Burnout in consultants in child and adolescent mental health services (CAMHS) in Ireland: a cross-sectional study.

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Burnout in consultants in child and adolescent mental health services (CAMHS) in Ireland: a cross-sectional study.

BMJ Open. 2020 Jan 19;10(1):e030354

Authors: McNicholas F, Sharma S, Oconnor C, Barrett E

Abstract
Physician burnout has reached epidemic levels in many countries, contributing to adverse personal, patient and service outcomes. Adverse socioeconomic conditions, such as the economic downturn in the Ireland post 2008, contribute to a situation of increased demand but inadequate resources. Given a recent unprecedented increase in referrals to Irish child and adolescent mental health services (CAMHS), coupled with a fragmented and poorly resourced service, it is important to reflect on consultant child psychiatrists’ well-being.
OBJECTIVES: To report on the level of burnout among consultants working in CAMHS in Ireland using a cross-sectional design.
SETTING: Community CAMHS in Ireland.
PARTICIPANTS: An online questionnaire was sent to all consultant child psychiatrists registered with the Irish Medical Council (n=112). Fifty-two consultants replied (46% response rate).
PRIMARY OUTCOME MEASURES: Questions assessed demographic and occupational details, career satisfaction and perceived management, government and public support. The Copenhagen Burnout Inventory measured personal, work and patient-related burnout.
RESULTS: The prevalence of moderate or higher levels of work-related and personal burnout was 75% and 72.3%, respectively. Fewer (n=14, 26.9%) experienced patient-related burnout. There was a strong correlation between work burnout and personal (r =0.851, n=52, p<0.001) and patient-related burnout (r =0.476, n=52, p<0.001). Lack of confidence in government commitment to investment in CAMHS (p<0.001) and perceived ineffective management by health authorities (p=0.002) were associated with higher burnout scores. Few consultants (n=11, 21%) felt valued in their job. The majority (n=36, 69%) had seriously considered changing jobs, and this was positively associated with higher burnout (p<0.001). Higher burnout scores were present in those (n=15, 28.8%) who would not retrain in child psychiatry (p=0.002).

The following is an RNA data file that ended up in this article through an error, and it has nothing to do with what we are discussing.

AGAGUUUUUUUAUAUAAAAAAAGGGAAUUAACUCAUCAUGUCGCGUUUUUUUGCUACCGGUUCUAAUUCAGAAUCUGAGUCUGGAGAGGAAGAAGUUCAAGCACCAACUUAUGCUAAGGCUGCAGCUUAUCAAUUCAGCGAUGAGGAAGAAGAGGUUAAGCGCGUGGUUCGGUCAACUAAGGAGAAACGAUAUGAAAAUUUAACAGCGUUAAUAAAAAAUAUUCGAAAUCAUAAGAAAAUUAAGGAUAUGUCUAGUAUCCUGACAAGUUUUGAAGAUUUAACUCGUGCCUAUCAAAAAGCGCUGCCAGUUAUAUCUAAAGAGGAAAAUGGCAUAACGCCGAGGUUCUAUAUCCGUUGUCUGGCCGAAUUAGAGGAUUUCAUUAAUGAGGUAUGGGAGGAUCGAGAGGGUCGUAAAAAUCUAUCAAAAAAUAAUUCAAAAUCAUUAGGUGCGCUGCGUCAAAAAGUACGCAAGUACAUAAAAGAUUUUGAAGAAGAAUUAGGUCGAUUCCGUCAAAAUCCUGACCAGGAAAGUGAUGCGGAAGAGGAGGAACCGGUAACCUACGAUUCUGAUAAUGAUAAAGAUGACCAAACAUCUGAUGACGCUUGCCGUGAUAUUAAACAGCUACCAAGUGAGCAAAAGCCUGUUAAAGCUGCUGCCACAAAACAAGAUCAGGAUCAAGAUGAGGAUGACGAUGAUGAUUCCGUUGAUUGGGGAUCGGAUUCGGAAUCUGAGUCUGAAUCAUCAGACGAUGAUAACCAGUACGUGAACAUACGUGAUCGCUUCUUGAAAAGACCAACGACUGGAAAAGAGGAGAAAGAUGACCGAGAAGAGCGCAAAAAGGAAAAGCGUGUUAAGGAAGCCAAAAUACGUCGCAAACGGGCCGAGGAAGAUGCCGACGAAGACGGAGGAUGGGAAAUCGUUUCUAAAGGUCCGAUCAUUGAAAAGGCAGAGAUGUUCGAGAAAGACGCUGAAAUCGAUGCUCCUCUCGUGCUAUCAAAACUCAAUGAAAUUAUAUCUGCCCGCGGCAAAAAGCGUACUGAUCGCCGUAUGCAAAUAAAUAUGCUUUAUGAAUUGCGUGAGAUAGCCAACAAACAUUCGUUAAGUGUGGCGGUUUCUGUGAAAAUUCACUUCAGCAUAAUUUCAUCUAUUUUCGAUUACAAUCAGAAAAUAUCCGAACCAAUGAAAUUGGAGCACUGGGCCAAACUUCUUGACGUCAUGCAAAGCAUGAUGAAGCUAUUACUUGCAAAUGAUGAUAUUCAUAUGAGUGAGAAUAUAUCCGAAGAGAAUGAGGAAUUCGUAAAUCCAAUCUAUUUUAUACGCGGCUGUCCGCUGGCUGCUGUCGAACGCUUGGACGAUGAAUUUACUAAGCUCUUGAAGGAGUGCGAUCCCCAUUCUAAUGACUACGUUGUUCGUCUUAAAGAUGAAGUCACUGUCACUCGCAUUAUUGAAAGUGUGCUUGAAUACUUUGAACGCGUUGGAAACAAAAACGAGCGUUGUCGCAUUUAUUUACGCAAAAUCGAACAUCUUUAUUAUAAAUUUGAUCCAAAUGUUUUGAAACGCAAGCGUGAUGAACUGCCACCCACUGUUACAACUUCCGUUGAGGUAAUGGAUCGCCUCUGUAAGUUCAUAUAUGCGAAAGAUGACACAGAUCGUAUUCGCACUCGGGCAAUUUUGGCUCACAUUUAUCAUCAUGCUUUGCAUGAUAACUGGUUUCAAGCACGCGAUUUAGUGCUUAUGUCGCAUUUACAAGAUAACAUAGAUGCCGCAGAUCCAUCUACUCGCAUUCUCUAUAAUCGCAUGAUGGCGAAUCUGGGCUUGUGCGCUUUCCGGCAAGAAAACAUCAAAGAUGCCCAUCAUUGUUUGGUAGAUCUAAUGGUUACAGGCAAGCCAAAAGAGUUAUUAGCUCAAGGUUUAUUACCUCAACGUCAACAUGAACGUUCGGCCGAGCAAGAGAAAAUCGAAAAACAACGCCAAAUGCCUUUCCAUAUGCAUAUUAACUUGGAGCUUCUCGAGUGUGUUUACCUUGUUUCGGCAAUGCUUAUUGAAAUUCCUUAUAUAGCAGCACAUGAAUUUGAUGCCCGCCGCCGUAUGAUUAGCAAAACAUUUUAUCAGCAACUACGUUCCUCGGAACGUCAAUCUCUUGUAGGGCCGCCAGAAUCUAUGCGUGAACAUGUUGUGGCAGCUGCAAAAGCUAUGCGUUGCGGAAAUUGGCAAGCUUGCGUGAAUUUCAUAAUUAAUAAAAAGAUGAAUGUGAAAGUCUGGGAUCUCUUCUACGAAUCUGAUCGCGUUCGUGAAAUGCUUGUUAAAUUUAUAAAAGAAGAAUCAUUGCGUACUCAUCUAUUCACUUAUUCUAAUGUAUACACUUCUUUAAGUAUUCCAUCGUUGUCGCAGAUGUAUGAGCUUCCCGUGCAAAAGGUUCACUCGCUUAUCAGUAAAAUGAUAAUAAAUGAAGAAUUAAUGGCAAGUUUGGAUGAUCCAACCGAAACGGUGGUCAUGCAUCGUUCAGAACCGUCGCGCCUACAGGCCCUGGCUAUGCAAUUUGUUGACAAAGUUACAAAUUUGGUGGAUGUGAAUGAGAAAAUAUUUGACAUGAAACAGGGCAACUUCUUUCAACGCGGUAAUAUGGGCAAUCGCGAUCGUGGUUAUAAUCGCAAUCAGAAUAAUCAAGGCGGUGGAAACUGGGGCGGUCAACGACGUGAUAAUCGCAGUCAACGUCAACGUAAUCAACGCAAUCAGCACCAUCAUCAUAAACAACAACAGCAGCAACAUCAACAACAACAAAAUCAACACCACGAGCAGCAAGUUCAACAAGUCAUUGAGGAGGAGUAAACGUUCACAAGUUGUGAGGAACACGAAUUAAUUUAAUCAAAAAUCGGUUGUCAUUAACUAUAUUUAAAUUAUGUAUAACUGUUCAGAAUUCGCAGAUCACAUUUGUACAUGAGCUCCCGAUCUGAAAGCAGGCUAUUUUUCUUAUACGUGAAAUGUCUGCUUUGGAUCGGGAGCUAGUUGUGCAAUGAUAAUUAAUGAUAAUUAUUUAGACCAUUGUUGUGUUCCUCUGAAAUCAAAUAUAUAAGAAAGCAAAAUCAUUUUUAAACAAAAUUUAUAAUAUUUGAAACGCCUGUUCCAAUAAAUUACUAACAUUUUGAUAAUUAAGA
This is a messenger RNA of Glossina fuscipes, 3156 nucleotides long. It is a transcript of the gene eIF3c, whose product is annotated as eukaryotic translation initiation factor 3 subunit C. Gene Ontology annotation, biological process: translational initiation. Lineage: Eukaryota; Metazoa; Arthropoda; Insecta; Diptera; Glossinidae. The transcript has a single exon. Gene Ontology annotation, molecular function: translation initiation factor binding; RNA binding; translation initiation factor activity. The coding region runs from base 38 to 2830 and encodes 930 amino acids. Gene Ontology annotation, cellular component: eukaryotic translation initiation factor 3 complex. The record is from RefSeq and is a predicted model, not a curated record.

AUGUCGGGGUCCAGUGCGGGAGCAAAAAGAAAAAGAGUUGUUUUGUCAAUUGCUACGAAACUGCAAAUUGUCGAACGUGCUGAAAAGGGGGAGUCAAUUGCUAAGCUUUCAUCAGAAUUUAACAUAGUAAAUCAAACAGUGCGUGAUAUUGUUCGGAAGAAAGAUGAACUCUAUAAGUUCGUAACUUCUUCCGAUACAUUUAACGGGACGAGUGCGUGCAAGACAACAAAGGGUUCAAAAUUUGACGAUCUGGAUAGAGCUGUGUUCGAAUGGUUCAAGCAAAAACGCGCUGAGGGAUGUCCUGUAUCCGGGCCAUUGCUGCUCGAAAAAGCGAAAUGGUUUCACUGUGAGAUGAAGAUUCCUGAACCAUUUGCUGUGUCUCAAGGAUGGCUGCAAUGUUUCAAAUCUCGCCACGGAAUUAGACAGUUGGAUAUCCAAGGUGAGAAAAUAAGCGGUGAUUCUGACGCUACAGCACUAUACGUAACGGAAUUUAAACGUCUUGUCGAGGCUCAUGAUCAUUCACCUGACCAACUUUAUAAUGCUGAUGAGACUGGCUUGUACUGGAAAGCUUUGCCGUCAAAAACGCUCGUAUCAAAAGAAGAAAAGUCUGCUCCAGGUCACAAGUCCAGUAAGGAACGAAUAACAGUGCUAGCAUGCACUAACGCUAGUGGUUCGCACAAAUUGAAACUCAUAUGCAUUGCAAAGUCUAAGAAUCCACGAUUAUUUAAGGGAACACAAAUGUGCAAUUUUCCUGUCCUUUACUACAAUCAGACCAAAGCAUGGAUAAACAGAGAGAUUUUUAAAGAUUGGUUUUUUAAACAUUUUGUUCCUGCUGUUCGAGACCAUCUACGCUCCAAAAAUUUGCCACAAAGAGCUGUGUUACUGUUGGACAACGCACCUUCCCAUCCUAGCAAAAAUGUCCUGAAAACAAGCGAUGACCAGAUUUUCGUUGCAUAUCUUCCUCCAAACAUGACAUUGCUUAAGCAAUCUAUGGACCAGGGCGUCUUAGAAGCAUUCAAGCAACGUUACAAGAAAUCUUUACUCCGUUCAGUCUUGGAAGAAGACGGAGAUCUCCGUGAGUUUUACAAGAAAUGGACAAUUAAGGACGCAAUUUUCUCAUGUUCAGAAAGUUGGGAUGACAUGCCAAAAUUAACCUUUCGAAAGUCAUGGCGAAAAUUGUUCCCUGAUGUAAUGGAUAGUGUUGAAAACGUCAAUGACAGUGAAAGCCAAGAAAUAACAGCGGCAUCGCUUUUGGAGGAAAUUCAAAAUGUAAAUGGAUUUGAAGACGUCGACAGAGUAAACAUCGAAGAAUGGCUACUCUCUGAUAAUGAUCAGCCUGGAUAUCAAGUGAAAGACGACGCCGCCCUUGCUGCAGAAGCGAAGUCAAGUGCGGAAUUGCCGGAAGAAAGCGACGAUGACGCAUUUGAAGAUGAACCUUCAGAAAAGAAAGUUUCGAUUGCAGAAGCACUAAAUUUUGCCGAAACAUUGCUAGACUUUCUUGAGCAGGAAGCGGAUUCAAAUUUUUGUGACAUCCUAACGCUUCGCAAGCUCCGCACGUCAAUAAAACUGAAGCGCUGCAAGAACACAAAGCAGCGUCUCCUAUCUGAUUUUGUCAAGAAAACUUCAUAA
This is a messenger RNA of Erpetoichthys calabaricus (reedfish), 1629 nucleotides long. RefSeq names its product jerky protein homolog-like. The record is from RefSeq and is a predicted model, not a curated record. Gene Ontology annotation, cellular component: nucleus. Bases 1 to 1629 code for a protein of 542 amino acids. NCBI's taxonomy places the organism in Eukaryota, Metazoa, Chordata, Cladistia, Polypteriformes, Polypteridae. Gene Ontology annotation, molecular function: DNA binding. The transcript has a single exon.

CONCLUSION: The high level of burnout reported by respondents in this study, and ambivalence about child psychiatry as a career choice has huge professional and service implications. Urgent organisational intervention to support consultant psychiatrists’ well-being is required.

PMID: 31959602 [PubMed – in process]